KABUL / GENEVA (20 October 2016) – A United Nations expert on internally displaced persons (IDPs), Chaloka Beyani, today called on the Government of Afghanistan to intensify its efforts to meet the needs of hundreds of thousands of IDPs as a deteriorating security situation leads to dire warnings of massive new displacement.
At the end of a follow-up visit* to the country, Mr. Beyani also urged the international community “to remain consistent humanitarian and development partners at this critical time.”
The UN Special Rapporteur on the human rights of internally displaced persons expressed grave concern over escalating conflict and IDP figures. In the first ten months of 2016, according to UN agencies, over 323,000 Afghans were internally displaced across the country in areas accessible to humanitarian actors alone, continuing an upward trend witnessed over the last four years.
“Warnings by humanitarian partners suggest that many more IDPs could be displaced by the end of the year, yet attention and resources allocated to their needs seem to be waning rather than increasing in line with the growing challenges and need for durable solutions,” he stated.
“The displacement picture in Afghanistan is changing as the conflict evolves and intensifies,” Mr. Beyani explained. “Displacement is becoming more protracted for more people as the security situation has led many to make the difficult decision not to return to their homes.”
In that regard, the rights expert called on the Government and its international humanitarian and development partners to continue emergency responses, while they should also dedicate more attention and resources “to finding development-based sustainable solutions for those in protracted displacement.”
Mr. Beyani, who visited IDP locations around Kabul, Herat and Mazar-e-Sharif during his fact-finding visit, met with numerous IDP communities, both relatively newly displaced and those who have been displaced for several years.
“During my ten-day mission, IDPs described to me their experiences of displacement, sometimes multiple times, due to conflict and insecurity. Many thousands live in dire conditions and face abject poverty on the margins of urban centres, often with little or no long-term assistance,” he said. “They described their priorities as access to land, improved housing, education facilities, also for girls, healthcare clinics, water and sanitation, and livelihoods.”
“The onset of winter will bring additional challenges for already vulnerable IDPs while resources to support them are dwindling,” the Special Rapporteur warned. “In September 2016, the UN issued a Flash Appeal for US$ 150 million to meet urgent needs, including winter assistance packages, by the end of the year. I urge the donor community to respond generously and rapidly to that call.”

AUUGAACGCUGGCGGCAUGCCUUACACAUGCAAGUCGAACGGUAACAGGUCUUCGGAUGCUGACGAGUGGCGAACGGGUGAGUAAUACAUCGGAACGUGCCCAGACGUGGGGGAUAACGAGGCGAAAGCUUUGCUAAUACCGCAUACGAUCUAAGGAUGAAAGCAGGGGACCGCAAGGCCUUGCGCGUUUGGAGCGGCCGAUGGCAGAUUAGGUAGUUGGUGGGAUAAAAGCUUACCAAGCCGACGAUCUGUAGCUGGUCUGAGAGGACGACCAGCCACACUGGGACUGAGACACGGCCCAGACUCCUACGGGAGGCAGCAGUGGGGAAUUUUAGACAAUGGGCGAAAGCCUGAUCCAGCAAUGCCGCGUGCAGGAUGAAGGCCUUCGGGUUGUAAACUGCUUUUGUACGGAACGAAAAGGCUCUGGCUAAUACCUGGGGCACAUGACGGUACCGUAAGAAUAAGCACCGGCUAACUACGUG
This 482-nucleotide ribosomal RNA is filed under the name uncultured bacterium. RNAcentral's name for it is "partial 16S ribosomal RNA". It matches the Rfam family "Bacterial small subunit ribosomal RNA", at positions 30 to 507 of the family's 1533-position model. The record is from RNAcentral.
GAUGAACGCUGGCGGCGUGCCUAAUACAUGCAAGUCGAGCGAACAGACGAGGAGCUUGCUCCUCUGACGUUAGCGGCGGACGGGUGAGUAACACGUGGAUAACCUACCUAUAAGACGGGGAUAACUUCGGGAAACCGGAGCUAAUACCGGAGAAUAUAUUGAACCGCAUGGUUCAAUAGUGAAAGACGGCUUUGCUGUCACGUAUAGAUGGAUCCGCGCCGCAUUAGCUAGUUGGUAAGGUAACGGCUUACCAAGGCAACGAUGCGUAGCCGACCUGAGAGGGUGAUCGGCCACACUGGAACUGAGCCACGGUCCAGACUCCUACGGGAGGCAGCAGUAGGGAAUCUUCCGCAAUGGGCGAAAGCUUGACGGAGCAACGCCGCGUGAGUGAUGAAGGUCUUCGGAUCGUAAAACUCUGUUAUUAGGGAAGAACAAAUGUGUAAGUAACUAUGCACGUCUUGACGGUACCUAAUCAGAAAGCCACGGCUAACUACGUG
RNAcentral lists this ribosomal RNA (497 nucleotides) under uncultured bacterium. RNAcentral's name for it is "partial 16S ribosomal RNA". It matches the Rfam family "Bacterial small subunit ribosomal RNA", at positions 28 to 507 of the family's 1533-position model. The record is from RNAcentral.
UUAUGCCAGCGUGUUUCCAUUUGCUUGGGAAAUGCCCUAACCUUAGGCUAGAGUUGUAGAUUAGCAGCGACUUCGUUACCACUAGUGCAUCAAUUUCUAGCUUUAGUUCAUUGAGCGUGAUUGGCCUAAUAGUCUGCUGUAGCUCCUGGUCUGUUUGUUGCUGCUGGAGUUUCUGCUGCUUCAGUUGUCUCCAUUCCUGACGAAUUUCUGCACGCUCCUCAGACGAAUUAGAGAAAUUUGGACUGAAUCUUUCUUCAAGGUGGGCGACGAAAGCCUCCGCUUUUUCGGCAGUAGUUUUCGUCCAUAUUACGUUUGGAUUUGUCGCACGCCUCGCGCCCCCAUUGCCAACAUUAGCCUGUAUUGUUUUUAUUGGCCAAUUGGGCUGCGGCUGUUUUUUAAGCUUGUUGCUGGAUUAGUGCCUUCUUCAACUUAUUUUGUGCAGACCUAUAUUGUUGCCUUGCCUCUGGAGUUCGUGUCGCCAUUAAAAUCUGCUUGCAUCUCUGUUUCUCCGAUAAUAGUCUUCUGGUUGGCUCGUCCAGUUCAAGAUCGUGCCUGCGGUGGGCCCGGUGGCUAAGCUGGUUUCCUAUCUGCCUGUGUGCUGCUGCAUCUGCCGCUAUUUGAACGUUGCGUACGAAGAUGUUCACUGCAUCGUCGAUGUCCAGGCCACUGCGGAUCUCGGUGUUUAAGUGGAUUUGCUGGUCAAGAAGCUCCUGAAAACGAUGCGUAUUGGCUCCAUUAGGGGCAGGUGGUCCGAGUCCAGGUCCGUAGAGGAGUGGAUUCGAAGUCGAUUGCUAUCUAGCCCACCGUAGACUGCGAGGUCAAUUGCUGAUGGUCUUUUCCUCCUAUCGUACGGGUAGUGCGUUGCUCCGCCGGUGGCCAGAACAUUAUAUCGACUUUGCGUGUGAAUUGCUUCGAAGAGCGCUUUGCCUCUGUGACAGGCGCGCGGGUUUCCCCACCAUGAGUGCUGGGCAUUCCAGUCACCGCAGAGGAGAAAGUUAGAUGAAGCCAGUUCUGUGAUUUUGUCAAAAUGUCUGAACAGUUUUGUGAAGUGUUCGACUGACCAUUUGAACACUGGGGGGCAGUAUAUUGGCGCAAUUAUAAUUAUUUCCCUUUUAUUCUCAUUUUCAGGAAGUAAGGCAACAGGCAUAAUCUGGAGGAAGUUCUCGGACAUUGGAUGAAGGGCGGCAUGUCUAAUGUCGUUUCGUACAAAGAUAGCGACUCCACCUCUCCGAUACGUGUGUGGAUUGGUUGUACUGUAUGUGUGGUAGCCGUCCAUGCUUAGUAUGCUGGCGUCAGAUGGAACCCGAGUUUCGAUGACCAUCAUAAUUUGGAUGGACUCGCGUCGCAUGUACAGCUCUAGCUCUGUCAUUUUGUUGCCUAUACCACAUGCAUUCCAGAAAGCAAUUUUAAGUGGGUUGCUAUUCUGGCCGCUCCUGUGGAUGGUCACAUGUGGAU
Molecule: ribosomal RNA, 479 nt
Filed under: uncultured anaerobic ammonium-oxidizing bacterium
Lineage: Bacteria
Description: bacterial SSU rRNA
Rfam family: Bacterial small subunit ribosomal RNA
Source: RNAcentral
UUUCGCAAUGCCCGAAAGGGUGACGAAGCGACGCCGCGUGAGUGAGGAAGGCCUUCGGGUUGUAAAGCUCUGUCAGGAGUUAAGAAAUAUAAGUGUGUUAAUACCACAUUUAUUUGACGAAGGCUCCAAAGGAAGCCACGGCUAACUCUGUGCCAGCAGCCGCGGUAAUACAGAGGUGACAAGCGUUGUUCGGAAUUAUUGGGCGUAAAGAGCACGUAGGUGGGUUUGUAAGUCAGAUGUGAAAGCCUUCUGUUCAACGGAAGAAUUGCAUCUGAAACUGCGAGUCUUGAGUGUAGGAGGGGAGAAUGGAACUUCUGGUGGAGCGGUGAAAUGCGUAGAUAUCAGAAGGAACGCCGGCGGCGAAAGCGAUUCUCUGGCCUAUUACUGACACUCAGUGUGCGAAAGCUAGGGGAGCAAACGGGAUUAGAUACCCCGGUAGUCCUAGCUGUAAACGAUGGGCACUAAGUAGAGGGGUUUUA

The expert pointed out that the commitment of donors, partners and the Government of Afghanistan to improving the lives of Afghans through the Brussels Conference held in October 2016 has provided a positive momentum. “I hope, and I encourage partners to ensure, that the funding and national initiatives within this framework for development fully include IDPs and their hosting communities who require both immediate and longer-term assistance,” he added.
The Special Rapporteur noted that many IDPs lack National ID cards or
‘Tazkira’, which restricts their access to services and justice, and education for their children. “It is no exaggeration to speak of a lost generation of displaced Afghan children deprived of education since children constitute about 56 per cent of the displaced population,” he stated.
He praised the Government for demonstrating the political will to address the IDP situation. However, a National IDP Policy, while a positive step, remains largely unimplemented in practice. National institutions charged with IDP responses lack resources and capacity to fulfill their functions. The influx of tens of thousands of Afghan returnees from Pakistan has further increased pressure on the Government and its international partners to resolve the situation of other vulnerable groups.
The Special Rapporteur, who visited the country for the second time at the invitation of the authorities, thanked the Government for its cooperation with his mandate as well as UN and other national and international partners. He will produce a comprehensive report and recommendations for presentation to the Human Rights Council in June 2017.
(*) Check the Special Rapporteur’s full end-of-mission statement:
Chaloka Beyani is a Professor of International Law at the London School of Economics and was appointed Special Rapporteur on the human rights of internally displaced persons by the Human Rights Council in September 2010. Special Procedures, the largest body of independent experts in the UN Human Rights system, is the general name of the Council’s independent fact-finding and monitoring mechanisms. Special Procedures mandate-holders are independent human rights experts appointed by the Human Rights Council to address either specific country situations or thematic issues in all parts of the world. They are not UN staff and are independent from any government or organization. They serve in their individual capacity and do not receive a salary for their work. Learn more, log on to:
UN Human Rights, country page - Afghanistan:
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